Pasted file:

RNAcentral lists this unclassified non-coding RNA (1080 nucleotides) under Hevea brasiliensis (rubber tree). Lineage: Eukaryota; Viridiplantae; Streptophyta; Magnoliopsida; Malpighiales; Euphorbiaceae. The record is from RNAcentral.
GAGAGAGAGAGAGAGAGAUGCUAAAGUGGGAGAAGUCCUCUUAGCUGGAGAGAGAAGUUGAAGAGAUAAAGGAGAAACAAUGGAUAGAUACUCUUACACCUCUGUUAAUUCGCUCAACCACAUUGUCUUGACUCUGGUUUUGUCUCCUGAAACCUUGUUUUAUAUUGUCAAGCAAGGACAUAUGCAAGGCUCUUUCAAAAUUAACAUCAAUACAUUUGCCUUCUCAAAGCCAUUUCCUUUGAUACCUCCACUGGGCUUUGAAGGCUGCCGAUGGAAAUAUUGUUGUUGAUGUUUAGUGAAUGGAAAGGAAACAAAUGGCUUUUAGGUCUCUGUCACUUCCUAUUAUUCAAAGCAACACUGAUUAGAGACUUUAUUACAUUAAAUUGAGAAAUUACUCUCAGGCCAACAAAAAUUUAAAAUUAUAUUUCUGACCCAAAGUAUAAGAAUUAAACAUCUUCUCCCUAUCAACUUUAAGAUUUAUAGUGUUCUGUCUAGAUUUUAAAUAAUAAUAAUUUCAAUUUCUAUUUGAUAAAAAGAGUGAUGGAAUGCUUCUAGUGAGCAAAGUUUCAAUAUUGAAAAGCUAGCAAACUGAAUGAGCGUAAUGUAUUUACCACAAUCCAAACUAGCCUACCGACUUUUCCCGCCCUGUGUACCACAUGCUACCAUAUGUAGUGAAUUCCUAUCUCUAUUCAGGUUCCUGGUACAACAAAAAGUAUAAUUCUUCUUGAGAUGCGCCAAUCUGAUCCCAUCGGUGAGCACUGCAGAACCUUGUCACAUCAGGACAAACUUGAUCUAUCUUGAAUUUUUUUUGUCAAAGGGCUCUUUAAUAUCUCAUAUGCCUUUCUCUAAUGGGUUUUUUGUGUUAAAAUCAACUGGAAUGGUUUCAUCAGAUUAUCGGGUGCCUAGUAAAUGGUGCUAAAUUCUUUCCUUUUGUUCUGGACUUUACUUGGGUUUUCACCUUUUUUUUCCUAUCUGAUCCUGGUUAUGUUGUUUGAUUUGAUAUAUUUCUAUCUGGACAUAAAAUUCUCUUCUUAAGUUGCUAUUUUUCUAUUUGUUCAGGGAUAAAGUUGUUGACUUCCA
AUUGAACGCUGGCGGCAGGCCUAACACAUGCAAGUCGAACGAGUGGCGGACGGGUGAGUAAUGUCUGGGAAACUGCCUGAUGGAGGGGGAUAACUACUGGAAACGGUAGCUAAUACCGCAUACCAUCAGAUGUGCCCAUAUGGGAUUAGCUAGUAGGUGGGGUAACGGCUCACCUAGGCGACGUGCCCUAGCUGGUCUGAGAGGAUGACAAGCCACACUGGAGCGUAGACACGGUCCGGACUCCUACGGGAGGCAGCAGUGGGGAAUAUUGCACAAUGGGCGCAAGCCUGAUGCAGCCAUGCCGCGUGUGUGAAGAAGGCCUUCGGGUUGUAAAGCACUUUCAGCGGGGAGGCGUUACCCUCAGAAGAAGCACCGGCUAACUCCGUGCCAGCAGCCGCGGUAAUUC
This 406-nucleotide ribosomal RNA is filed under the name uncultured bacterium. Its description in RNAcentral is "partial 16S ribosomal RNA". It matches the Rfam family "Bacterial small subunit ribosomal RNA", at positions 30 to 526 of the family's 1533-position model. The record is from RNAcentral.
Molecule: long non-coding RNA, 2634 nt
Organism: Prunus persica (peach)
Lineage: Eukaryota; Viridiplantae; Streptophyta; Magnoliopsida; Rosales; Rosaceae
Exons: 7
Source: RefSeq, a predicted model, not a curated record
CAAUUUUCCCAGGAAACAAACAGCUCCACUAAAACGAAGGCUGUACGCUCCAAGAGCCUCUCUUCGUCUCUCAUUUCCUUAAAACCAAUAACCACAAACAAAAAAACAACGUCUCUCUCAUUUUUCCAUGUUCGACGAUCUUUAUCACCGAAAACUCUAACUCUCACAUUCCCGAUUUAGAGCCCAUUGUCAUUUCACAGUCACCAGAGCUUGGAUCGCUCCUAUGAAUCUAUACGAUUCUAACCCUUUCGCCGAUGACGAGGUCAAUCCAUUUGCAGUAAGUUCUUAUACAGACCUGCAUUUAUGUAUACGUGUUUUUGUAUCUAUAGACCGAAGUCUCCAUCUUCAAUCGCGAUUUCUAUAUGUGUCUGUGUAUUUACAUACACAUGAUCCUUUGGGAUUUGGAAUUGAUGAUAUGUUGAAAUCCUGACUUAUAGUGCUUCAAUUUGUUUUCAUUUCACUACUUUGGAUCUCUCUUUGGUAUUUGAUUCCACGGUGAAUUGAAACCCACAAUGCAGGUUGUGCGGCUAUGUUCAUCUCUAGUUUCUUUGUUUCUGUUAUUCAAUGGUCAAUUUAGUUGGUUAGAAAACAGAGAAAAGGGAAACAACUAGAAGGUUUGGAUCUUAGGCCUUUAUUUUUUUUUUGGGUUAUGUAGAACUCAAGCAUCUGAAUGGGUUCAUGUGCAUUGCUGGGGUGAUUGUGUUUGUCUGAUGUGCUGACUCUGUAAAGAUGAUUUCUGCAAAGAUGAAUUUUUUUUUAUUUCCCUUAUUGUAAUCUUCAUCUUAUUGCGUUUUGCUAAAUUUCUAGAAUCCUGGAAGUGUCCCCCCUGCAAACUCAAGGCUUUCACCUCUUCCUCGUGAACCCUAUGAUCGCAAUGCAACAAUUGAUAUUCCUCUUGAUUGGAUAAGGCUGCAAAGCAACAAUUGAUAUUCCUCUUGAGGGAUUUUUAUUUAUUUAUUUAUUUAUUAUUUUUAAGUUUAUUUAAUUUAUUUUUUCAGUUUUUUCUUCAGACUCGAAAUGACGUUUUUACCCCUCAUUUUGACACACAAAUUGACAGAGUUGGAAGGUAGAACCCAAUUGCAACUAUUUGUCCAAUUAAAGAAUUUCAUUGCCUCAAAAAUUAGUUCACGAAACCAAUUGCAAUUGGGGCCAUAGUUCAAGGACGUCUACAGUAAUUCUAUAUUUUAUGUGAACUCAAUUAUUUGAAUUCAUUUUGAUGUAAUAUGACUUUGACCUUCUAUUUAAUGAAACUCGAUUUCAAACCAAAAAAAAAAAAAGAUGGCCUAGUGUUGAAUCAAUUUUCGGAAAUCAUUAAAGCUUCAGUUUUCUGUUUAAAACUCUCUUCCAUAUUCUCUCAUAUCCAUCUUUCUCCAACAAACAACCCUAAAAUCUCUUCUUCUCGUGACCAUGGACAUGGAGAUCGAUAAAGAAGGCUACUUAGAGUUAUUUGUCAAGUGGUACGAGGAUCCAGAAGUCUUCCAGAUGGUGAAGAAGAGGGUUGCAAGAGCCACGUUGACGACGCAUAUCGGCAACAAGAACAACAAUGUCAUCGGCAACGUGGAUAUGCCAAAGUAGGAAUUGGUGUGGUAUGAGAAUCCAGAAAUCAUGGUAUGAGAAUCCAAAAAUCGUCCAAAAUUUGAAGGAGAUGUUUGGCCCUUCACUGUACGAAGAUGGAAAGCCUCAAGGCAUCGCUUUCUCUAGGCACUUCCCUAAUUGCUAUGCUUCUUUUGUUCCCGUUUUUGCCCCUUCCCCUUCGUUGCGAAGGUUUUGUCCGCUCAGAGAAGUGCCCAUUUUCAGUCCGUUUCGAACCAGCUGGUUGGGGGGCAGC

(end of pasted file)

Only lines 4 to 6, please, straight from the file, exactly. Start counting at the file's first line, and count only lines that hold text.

This 406-nucleotide ribosomal RNA is filed under the name uncultured bacterium. Its description in RNAcentral is "partial 16S ribosomal RNA". It matches the Rfam family "Bacterial small subunit ribosomal RNA", at positions 30 to 526 of the family's 1533-position model. The record is from RNAcentral.
Molecule: long non-coding RNA, 2634 nt
Organism: Prunus persica (peach)